Be transparent. Leaders must deliver honest, clear, and consistent communication. “Transparency is ‘job one’ for leaders in a crisis,” Harvard Business School professor Amy Edmondson wrote in a March 2020 Harvard Business Review article. “Be clear what you know, what you don’t know, and what you are doing to learn more.” Resist the urge to be overly optimistic. Be confident but don’t be afraid to acknowledge uncertainty. According to a March 2020 report from McKinsey at the outset of the coronavirus pandemic, “In crisis situations, a leader’s instinct might be to consolidate decision-making authority and control information, providing it on a strictly need-to-know basis.” Do the opposite by distributing authority and sharing information. Exhibiting the essence of leadership in these difficult times could prove your most effective means of developing future leaders capable of navigating your firm through the crises of the future.

Boosting Productivity with Pomodoro Technique

Blurred lines. With working from home causing an unprecedented overlap of personal and professional lives, maintaining work-life balance has never been so difficult. Staying focused and minimizing interruptions amid the distractions from children, roommates, or other family members is a sizable challenge, but some workers are overcoming the blurred lines between work and home with a very low-tech solution that utilizes a simple kitchen timer—the Pomodoro Technique.

You say tomato. Developed by Italian software industry executive Francesco Cirillo when he was a college student in the late 1980s and used a tomato-shaped kitchen timer to track his work, the Pomodoro Technique is a simple productivity hack that breaks work projects down into finite chunks. Start by setting a timer for 25 minutes and begin work on one task that can be tackled in an uninterrupted session. Stop when the timer rings. Then, using the timer again, take a break of between three and five minutes. After repeating the sequence four times, take a longer break of between 15 and 30 minutes. (Each interval is known as a “pomodoro,” the Italian word for “tomato”).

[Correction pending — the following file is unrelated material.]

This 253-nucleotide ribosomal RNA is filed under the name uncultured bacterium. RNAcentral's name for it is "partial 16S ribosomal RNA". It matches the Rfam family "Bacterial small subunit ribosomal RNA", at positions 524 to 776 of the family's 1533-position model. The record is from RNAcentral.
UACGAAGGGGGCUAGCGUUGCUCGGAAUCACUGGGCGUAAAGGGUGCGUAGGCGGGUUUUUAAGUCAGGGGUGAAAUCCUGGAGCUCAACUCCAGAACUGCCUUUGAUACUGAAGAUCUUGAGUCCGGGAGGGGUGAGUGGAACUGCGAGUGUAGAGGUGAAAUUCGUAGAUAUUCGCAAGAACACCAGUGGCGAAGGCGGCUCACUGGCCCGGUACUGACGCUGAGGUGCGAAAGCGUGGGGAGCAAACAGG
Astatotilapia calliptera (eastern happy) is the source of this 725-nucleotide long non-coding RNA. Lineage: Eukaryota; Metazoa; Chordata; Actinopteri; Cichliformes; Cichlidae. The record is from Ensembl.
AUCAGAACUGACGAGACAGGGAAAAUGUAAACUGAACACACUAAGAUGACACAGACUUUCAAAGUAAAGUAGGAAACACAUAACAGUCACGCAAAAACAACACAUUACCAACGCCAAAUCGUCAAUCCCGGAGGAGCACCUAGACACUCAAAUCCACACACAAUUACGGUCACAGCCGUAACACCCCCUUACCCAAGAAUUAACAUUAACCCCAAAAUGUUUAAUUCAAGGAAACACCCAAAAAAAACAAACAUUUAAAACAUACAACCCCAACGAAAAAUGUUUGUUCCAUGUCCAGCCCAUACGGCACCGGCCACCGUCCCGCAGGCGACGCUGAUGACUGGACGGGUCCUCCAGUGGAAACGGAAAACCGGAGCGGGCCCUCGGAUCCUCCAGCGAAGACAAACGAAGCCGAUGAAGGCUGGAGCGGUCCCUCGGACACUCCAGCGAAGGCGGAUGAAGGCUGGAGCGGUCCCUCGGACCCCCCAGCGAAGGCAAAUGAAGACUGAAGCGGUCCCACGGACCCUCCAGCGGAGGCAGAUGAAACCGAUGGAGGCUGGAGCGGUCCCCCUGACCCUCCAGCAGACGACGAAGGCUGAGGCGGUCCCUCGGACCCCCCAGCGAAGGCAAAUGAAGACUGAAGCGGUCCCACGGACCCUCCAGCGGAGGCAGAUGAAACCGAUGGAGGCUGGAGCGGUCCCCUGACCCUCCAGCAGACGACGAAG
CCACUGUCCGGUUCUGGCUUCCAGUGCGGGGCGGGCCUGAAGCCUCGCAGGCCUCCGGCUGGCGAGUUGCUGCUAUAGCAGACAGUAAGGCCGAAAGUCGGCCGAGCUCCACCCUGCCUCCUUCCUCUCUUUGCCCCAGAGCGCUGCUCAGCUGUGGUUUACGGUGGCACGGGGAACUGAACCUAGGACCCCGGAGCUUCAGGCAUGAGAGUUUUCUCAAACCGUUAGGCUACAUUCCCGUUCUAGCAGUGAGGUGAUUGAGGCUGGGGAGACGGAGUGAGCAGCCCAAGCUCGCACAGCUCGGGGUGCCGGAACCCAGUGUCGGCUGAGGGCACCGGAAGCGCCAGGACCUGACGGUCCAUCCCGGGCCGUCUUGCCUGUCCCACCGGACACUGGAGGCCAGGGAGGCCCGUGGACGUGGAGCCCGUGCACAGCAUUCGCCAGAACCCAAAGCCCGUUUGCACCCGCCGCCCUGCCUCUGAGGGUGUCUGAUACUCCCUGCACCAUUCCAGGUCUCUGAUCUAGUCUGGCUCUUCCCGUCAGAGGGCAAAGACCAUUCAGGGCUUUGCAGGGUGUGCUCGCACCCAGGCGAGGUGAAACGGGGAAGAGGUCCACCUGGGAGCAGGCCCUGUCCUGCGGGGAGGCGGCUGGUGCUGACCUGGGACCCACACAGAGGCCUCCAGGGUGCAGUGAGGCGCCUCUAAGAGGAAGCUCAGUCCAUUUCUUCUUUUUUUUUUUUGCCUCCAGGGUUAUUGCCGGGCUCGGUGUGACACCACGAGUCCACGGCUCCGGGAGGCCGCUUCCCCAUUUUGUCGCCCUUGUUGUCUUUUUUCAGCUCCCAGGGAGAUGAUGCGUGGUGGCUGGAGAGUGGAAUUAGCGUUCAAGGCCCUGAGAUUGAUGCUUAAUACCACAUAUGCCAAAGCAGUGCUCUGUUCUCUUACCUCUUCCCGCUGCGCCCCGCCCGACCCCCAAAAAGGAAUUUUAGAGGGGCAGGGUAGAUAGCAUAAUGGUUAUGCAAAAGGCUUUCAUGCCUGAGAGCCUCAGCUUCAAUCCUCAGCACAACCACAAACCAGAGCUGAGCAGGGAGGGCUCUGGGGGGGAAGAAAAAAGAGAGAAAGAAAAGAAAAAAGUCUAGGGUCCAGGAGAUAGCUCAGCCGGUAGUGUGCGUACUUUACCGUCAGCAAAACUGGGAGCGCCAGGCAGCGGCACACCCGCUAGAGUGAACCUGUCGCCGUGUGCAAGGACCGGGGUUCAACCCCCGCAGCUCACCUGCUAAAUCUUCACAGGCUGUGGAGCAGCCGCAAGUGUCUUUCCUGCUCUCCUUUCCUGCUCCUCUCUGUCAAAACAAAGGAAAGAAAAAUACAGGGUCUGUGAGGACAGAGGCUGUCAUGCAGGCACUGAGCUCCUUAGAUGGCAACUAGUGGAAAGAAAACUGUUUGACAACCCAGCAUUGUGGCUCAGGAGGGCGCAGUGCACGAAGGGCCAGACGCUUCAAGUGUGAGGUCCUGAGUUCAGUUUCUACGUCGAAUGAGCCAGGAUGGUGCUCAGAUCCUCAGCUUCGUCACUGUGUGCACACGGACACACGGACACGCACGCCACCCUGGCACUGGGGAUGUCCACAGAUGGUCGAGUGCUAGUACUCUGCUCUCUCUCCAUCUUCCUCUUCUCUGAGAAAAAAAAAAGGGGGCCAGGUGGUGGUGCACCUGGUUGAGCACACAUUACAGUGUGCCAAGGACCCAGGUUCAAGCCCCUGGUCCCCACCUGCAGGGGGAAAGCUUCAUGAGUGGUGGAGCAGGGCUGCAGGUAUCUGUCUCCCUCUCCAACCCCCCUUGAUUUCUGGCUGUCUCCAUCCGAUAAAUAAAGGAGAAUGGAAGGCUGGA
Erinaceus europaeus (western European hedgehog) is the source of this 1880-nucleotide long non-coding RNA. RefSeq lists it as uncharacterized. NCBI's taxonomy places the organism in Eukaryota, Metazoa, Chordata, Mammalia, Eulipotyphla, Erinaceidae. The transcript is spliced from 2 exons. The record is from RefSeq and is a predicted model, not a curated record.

Pardon the interruption. When confronted with an interruption in the middle of a pomodoro, Cirillo recommends a strategy of “inform, negotiate, and call back.” First, inform the interrupter that you are working on a task and negotiate a time for when you can respond. At the end of the pomodoro, call back when you can give that person full attention. If a task is completed before the end of a 25-minute pomodoro, Cirillo suggests using the remaining time to repeat the task or continue to make small improvements.

Sprinter mentality. The Pomodoro Technique trains users’ brains to focus on singular tasks for short stretches of time and improves productivity by keeping energy levels high for a series of short sprints rather than a tiring marathon session. Twenty-five-minute chunks are long enough to get into a groove but not so long as to cause attention to wane. Although all that is needed to implement the Pomodoro Technique is a timer, pen, and notepad to track sessions, a book by Cirillo and dozens of apps also exist to help.